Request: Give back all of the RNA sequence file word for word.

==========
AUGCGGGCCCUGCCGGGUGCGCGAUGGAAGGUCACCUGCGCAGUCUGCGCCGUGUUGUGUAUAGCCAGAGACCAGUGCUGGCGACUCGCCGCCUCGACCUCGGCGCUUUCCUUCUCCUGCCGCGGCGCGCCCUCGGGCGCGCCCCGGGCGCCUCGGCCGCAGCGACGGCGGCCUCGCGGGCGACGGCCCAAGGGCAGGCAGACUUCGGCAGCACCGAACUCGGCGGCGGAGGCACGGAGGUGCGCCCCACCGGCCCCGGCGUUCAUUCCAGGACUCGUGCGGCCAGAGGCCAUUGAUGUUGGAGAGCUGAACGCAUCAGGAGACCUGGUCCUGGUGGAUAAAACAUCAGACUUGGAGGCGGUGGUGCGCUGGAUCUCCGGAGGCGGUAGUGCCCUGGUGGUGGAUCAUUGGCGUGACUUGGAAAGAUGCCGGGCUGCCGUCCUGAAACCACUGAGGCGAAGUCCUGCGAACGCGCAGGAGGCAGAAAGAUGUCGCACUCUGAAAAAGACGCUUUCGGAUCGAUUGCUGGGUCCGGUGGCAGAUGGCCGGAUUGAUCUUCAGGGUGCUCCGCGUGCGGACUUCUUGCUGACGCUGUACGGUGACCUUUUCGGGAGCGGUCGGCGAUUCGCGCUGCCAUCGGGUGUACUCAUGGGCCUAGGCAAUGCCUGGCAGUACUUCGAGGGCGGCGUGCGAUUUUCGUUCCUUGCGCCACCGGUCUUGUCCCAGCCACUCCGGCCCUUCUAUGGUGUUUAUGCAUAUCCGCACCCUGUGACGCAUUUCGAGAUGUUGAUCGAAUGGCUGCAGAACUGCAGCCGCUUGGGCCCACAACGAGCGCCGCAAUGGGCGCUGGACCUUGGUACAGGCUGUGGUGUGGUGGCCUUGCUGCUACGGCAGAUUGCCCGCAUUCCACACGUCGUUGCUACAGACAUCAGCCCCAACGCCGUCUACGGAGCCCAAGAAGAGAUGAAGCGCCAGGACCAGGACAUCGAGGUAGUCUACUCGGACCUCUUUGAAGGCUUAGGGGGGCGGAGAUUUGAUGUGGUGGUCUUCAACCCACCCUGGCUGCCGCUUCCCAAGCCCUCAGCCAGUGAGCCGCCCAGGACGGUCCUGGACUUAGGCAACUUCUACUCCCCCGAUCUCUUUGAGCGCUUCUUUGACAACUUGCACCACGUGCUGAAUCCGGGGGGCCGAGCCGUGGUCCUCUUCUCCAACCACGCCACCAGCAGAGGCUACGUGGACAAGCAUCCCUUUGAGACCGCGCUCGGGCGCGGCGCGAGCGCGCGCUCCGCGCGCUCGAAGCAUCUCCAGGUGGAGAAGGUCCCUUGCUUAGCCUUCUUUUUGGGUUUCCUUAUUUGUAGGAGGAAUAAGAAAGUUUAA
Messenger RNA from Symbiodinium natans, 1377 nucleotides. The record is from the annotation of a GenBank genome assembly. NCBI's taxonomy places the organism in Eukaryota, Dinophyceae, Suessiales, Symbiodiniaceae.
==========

AUGCGGGCCCUGCCGGGUGCGCGAUGGAAGGUCACCUGCGCAGUCUGCGCCGUGUUGUGUAUAGCCAGAGACCAGUGCUGGCGACUCGCCGCCUCGACCUCGGCGCUUUCCUUCUCCUGCCGCGGCGCGCCCUCGGGCGCGCCCCGGGCGCCUCGGCCGCAGCGACGGCGGCCUCGCGGGCGACGGCCCAAGGGCAGGCAGACUUCGGCAGCACCGAACUCGGCGGCGGAGGCACGGAGGUGCGCCCCACCGGCCCCGGCGUUCAUUCCAGGACUCGUGCGGCCAGAGGCCAUUGAUGUUGGAGAGCUGAACGCAUCAGGAGACCUGGUCCUGGUGGAUAAAACAUCAGACUUGGAGGCGGUGGUGCGCUGGAUCUCCGGAGGCGGUAGUGCCCUGGUGGUGGAUCAUUGGCGUGACUUGGAAAGAUGCCGGGCUGCCGUCCUGAAACCACUGAGGCGAAGUCCUGCGAACGCGCAGGAGGCAGAAAGAUGUCGCACUCUGAAAAAGACGCUUUCGGAUCGAUUGCUGGGUCCGGUGGCAGAUGGCCGGAUUGAUCUUCAGGGUGCUCCGCGUGCGGACUUCUUGCUGACGCUGUACGGUGACCUUUUCGGGAGCGGUCGGCGAUUCGCGCUGCCAUCGGGUGUACUCAUGGGCCUAGGCAAUGCCUGGCAGUACUUCGAGGGCGGCGUGCGAUUUUCGUUCCUUGCGCCACCGGUCUUGUCCCAGCCACUCCGGCCCUUCUAUGGUGUUUAUGCAUAUCCGCACCCUGUGACGCAUUUCGAGAUGUUGAUCGAAUGGCUGCAGAACUGCAGCCGCUUGGGCCCACAACGAGCGCCGCAAUGGGCGCUGGACCUUGGUACAGGCUGUGGUGUGGUGGCCUUGCUGCUACGGCAGAUUGCCCGCAUUCCACACGUCGUUGCUACAGACAUCAGCCCCAACGCCGUCUACGGAGCCCAAGAAGAGAUGAAGCGCCAGGACCAGGACAUCGAGGUAGUCUACUCGGACCUCUUUGAAGGCUUAGGGGGGCGGAGAUUUGAUGUGGUGGUCUUCAACCCACCCUGGCUGCCGCUUCCCAAGCCCUCAGCCAGUGAGCCGCCCAGGACGGUCCUGGACUUAGGCAACUUCUACUCCCCCGAUCUCUUUGAGCGCUUCUUUGACAACUUGCACCACGUGCUGAAUCCGGGGGGCCGAGCCGUGGUCCUCUUCUCCAACCACGCCACCAGCAGAGGCUACGUGGACAAGCAUCCCUUUGAGACCGCGCUCGGGCGCGGCGCGAGCGCGCGCUCCGCGCGCUCGAAGCAUCUCCAGGUGGAGAAGGUCCCUUGCUUAGCCUUCUUUUUGGGUUUCCUUAUUUGUAGGAGGAAUAAGAAAGUUUAA
Messenger RNA from Symbiodinium natans, 1377 nucleotides. The record is from the annotation of a GenBank genome assembly. NCBI's taxonomy places the organism in Eukaryota, Dinophyceae, Suessiales, Symbiodiniaceae.